- Kelli Meyer - VM# 84201
- Wendy Mandigo- VM# 86439
- Heather Thaller- VM# 86752
- Valerie Miller - VM#82290
- Amanda Nichols - VM# 86711
- Wendy Mandigo - VM# 86439
- Michele Gorder- VM# 88544
- Thor Bolstad-VM#86860
- Holly Schmidt - VM# 86416
- Teri Schiernbeck - VM# 86702
- Stacy Pfarr - VM# 84573
Adapted Physical Education
- Dave Christenson- VM#86657
DHMS CIP PROGRAM
CIP stands for Communication Interaction Program. Students who are part of this program each have an Individualized Education Plan (IEP) designed to meet their academic and social needs. CIP is an academic based program that offers classes in English, Reading, Math, History, and Science at each grade level. The curriculum in the CIP program mirrors the mainstream curriculum, but is modified to meet the individual needs of students. The students IEP team will determine whether individual students will participate in the mainstream classes or CIP classes. When students are in the mainstream setting program support assistants are available to assist them.
Throughout middle school we work on preparing students for the transition to high school and adulthood. In the CIP program we spend a lot of time working on organizational skills, work completion, and social skills. Students receive support from Speech and Language Clinicians, Adaptive PhyEd, and Occupational Therapy as needed.
If you have any questions regarding the CIP program please contact your son/daughters case manager.
DHMS SPECIAL EDUCATION LEARNING DISABILITIES PROGRAM At your child's annual Individual Educational Plan review, the options offered at DHMS are explained thoroughly. Each student's total program is chosen carefully to meet the needs of that student. The final plan may involve placement in co-taught classes, basic classes, or a combination of the two. Within these settings, the individual needs of the students are further identified.
Grade Six "A Year of Transition"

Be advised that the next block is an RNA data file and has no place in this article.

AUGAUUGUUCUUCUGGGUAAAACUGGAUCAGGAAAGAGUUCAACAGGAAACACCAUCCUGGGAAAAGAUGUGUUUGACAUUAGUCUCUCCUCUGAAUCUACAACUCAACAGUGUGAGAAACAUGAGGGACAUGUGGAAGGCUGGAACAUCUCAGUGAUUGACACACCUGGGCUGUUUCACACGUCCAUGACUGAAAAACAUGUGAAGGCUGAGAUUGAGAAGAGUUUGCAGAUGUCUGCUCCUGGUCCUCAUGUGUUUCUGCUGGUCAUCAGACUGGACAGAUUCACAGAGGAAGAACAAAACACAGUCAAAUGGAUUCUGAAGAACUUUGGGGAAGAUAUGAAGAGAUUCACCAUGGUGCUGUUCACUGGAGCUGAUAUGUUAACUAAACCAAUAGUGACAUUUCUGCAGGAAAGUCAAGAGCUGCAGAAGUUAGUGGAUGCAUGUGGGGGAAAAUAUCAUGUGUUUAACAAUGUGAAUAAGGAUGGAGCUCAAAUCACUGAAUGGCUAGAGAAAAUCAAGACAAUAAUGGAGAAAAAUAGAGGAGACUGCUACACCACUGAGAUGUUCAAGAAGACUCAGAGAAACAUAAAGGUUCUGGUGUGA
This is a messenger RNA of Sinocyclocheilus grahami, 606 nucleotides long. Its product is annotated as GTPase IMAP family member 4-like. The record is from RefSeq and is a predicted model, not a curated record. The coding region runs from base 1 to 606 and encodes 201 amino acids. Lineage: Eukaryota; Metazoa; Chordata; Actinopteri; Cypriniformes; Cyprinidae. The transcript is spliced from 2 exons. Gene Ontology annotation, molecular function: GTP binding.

In grade six, we emphasize organizational skills such as: bringing materials to class, taking notes, organizing materials, and completing homework assignments.
Grade Seven "Moving Onward"
In grade seven, we focus on assignment completion, use of an assignment notebook, student responsibility and accountability. Additional attention is directed toward the application and transfer of learned skills.
Grade Eight "Getting Ready for High School"
Emphasis in grade eight is placed on increasing students self advocacy skills. These skills help students make appropriate choices in course work and extracurricular activities as they plan for their high school years.
Basic reading, written language and math classes consist of 5-15 students.
The curriculum may include the following areas:
* Decoding strategies
* Comprehension strategies
* Elements of fiction
* Types of fiction
* Sentence and paragraph writing strategies
* Research compositions
* Personal compositions
* Spelling Instruction
* Calculation skills
* Basic math applications
* Problem solving skills
* Math for daily living
* Consumer Math
Co-Taught classes consist of a learning disabilities teacher and a mainstream teacher working in the same classroom. Students with various ability and skill levels are integrated into 'regular' classroom settings. Emphasis is placed on active, appropriate participation in class activities and in mainstream assignment completion(modified as needed according to the Individual Educational Plan).
Depending on their needs, students can participate in co-taught math, English and reading classes during sixth grade. In seventh and eighth grade they can participate in co-taught math and English classes. *co-taught reading may be available depending on if student enrollment and interest is high.
Within their co-taught classes, students' individual needs are met in the following ways:
*Closely monitored assignment completion
*Modified tests, assignments and labs
*Revised outlines and skill sheets
*supplemental materials for additional drill and practice
*Small group instruction awhen needed to increase specific skills
Transition goals are written to help students develop skills they need in order to live and work independently in the community. These goals are for students ages 14 or older and are included in the IEP.
For 7th and 8th graders the goal is to make them aware of the five transition areas and prepare them for high school activites. The five trasition areas are as follows: work skills, home living, recreation and liesure, community participation, post-secondary training and learning.
The students are assessed through formal and informal tests and surveys.
These transition goals and objectives are reached through instruction in academic courses, vocational courses, and work in school, the community or the home.